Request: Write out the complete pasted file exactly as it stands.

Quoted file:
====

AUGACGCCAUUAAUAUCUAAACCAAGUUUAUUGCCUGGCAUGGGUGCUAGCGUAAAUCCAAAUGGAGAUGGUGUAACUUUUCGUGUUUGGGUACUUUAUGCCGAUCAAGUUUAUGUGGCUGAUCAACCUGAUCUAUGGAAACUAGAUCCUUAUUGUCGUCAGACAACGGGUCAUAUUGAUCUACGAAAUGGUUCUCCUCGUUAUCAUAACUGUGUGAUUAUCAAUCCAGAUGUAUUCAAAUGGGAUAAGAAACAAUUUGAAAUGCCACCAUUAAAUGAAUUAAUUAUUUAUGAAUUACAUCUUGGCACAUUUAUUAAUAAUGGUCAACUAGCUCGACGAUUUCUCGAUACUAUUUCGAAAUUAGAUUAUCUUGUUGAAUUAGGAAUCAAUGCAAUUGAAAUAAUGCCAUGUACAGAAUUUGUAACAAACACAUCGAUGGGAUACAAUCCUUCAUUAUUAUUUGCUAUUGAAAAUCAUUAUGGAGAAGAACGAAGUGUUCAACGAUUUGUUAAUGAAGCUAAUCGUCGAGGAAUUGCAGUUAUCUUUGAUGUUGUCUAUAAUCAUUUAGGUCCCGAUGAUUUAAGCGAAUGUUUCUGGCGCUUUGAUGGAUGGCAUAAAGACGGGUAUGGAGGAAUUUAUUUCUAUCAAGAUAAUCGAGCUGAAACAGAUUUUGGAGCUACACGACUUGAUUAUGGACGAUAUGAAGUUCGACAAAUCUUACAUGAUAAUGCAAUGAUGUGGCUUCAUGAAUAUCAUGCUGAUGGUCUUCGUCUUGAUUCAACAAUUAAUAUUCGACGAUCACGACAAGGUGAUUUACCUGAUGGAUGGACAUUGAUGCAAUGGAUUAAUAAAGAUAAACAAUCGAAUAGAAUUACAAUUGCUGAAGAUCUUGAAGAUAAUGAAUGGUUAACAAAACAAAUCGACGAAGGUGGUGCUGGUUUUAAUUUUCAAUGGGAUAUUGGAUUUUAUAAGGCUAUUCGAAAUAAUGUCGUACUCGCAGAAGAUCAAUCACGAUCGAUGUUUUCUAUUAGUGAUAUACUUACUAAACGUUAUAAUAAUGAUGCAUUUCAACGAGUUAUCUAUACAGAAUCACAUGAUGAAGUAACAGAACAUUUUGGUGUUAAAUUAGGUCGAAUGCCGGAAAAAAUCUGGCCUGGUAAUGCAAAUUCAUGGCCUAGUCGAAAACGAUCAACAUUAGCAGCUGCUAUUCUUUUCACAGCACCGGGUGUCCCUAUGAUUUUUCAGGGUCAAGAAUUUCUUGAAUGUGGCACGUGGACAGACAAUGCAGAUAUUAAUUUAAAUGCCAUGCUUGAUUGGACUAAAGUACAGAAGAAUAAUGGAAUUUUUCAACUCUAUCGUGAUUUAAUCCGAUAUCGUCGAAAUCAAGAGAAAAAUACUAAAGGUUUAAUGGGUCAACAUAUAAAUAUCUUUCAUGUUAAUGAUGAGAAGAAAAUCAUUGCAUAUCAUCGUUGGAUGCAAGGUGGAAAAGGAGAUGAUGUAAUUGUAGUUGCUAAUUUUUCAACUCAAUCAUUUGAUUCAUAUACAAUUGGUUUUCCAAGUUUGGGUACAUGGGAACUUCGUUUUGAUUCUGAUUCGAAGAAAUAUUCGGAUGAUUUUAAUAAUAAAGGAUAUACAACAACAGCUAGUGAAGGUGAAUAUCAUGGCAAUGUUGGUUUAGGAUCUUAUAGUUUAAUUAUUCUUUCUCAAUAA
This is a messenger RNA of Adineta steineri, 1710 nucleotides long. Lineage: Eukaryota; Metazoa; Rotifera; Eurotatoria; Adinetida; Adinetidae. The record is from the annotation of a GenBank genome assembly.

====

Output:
AUGACGCCAUUAAUAUCUAAACCAAGUUUAUUGCCUGGCAUGGGUGCUAGCGUAAAUCCAAAUGGAGAUGGUGUAACUUUUCGUGUUUGGGUACUUUAUGCCGAUCAAGUUUAUGUGGCUGAUCAACCUGAUCUAUGGAAACUAGAUCCUUAUUGUCGUCAGACAACGGGUCAUAUUGAUCUACGAAAUGGUUCUCCUCGUUAUCAUAACUGUGUGAUUAUCAAUCCAGAUGUAUUCAAAUGGGAUAAGAAACAAUUUGAAAUGCCACCAUUAAAUGAAUUAAUUAUUUAUGAAUUACAUCUUGGCACAUUUAUUAAUAAUGGUCAACUAGCUCGACGAUUUCUCGAUACUAUUUCGAAAUUAGAUUAUCUUGUUGAAUUAGGAAUCAAUGCAAUUGAAAUAAUGCCAUGUACAGAAUUUGUAACAAACACAUCGAUGGGAUACAAUCCUUCAUUAUUAUUUGCUAUUGAAAAUCAUUAUGGAGAAGAACGAAGUGUUCAACGAUUUGUUAAUGAAGCUAAUCGUCGAGGAAUUGCAGUUAUCUUUGAUGUUGUCUAUAAUCAUUUAGGUCCCGAUGAUUUAAGCGAAUGUUUCUGGCGCUUUGAUGGAUGGCAUAAAGACGGGUAUGGAGGAAUUUAUUUCUAUCAAGAUAAUCGAGCUGAAACAGAUUUUGGAGCUACACGACUUGAUUAUGGACGAUAUGAAGUUCGACAAAUCUUACAUGAUAAUGCAAUGAUGUGGCUUCAUGAAUAUCAUGCUGAUGGUCUUCGUCUUGAUUCAACAAUUAAUAUUCGACGAUCACGACAAGGUGAUUUACCUGAUGGAUGGACAUUGAUGCAAUGGAUUAAUAAAGAUAAACAAUCGAAUAGAAUUACAAUUGCUGAAGAUCUUGAAGAUAAUGAAUGGUUAACAAAACAAAUCGACGAAGGUGGUGCUGGUUUUAAUUUUCAAUGGGAUAUUGGAUUUUAUAAGGCUAUUCGAAAUAAUGUCGUACUCGCAGAAGAUCAAUCACGAUCGAUGUUUUCUAUUAGUGAUAUACUUACUAAACGUUAUAAUAAUGAUGCAUUUCAACGAGUUAUCUAUACAGAAUCACAUGAUGAAGUAACAGAACAUUUUGGUGUUAAAUUAGGUCGAAUGCCGGAAAAAAUCUGGCCUGGUAAUGCAAAUUCAUGGCCUAGUCGAAAACGAUCAACAUUAGCAGCUGCUAUUCUUUUCACAGCACCGGGUGUCCCUAUGAUUUUUCAGGGUCAAGAAUUUCUUGAAUGUGGCACGUGGACAGACAAUGCAGAUAUUAAUUUAAAUGCCAUGCUUGAUUGGACUAAAGUACAGAAGAAUAAUGGAAUUUUUCAACUCUAUCGUGAUUUAAUCCGAUAUCGUCGAAAUCAAGAGAAAAAUACUAAAGGUUUAAUGGGUCAACAUAUAAAUAUCUUUCAUGUUAAUGAUGAGAAGAAAAUCAUUGCAUAUCAUCGUUGGAUGCAAGGUGGAAAAGGAGAUGAUGUAAUUGUAGUUGCUAAUUUUUCAACUCAAUCAUUUGAUUCAUAUACAAUUGGUUUUCCAAGUUUGGGUACAUGGGAACUUCGUUUUGAUUCUGAUUCGAAGAAAUAUUCGGAUGAUUUUAAUAAUAAAGGAUAUACAACAACAGCUAGUGAAGGUGAAUAUCAUGGCAAUGUUGGUUUAGGAUCUUAUAGUUUAAUUAUUCUUUCUCAAUAA
This is a messenger RNA of Adineta steineri, 1710 nucleotides long. Lineage: Eukaryota; Metazoa; Rotifera; Eurotatoria; Adinetida; Adinetidae. The record is from the annotation of a GenBank genome assembly.